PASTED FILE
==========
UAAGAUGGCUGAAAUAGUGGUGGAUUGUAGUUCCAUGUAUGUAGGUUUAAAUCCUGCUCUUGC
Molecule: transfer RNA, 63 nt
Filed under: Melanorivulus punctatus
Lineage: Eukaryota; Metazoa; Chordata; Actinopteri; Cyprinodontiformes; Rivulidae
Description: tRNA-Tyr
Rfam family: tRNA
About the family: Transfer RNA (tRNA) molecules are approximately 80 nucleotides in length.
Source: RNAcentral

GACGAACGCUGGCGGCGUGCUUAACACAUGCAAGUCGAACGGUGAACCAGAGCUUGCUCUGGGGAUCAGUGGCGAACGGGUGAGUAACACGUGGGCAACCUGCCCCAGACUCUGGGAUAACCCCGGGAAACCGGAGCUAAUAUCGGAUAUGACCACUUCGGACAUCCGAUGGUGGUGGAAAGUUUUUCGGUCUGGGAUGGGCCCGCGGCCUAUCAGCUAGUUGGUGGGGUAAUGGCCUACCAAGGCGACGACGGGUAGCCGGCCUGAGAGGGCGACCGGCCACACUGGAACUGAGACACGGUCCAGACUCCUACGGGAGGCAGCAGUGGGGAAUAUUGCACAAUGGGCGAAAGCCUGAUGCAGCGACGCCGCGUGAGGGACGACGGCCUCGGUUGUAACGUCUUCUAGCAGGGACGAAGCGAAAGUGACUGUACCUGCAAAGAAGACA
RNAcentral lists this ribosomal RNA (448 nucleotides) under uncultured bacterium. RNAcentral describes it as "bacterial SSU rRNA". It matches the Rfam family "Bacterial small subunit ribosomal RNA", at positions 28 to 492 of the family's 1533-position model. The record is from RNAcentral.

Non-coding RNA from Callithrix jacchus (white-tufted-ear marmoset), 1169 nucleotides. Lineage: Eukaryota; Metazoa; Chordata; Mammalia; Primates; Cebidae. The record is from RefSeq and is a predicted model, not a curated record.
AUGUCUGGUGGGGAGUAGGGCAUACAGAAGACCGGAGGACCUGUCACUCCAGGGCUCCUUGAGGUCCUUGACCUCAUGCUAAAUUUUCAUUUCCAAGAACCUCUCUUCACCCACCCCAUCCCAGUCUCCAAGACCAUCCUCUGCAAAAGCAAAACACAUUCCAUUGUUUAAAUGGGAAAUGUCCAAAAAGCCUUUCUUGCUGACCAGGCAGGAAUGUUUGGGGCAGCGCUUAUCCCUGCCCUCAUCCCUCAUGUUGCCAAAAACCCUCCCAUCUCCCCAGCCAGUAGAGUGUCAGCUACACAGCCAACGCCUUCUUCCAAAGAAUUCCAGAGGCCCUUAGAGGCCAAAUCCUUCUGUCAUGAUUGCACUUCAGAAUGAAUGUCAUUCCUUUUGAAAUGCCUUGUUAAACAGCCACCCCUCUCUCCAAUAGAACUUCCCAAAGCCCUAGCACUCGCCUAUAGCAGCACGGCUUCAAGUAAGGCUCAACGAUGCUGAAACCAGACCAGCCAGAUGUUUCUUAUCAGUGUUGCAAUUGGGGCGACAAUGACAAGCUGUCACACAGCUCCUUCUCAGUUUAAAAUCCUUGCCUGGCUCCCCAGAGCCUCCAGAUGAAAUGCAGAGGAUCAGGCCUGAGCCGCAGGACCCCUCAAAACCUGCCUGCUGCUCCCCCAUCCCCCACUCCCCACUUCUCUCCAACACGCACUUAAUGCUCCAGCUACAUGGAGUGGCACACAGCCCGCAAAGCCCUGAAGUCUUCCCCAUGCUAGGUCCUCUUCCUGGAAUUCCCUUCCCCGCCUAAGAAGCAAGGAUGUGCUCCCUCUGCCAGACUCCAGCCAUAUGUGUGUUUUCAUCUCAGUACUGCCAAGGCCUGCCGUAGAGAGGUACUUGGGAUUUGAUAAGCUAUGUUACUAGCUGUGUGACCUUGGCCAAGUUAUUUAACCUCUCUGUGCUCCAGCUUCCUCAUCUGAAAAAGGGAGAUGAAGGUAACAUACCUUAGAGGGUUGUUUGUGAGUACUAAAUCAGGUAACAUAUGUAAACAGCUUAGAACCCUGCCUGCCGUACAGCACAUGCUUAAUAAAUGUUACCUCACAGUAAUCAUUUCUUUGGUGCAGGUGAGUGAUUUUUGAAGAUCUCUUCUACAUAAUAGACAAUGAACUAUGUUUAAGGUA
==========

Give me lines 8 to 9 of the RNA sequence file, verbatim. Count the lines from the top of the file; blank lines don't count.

Source: RNAcentral

GACGAACGCUGGCGGCGUGCUUAACACAUGCAAGUCGAACGGUGAACCAGAGCUUGCUCUGGGGAUCAGUGGCGAACGGGUGAGUAACACGUGGGCAACCUGCCCCAGACUCUGGGAUAACCCCGGGAAACCGGAGCUAAUAUCGGAUAUGACCACUUCGGACAUCCGAUGGUGGUGGAAAGUUUUUCGGUCUGGGAUGGGCCCGCGGCCUAUCAGCUAGUUGGUGGGGUAAUGGCCUACCAAGGCGACGACGGGUAGCCGGCCUGAGAGGGCGACCGGCCACACUGGAACUGAGACACGGUCCAGACUCCUACGGGAGGCAGCAGUGGGGAAUAUUGCACAAUGGGCGAAAGCCUGAUGCAGCGACGCCGCGUGAGGGACGACGGCCUCGGUUGUAACGUCUUCUAGCAGGGACGAAGCGAAAGUGACUGUACCUGCAAAGAAGACA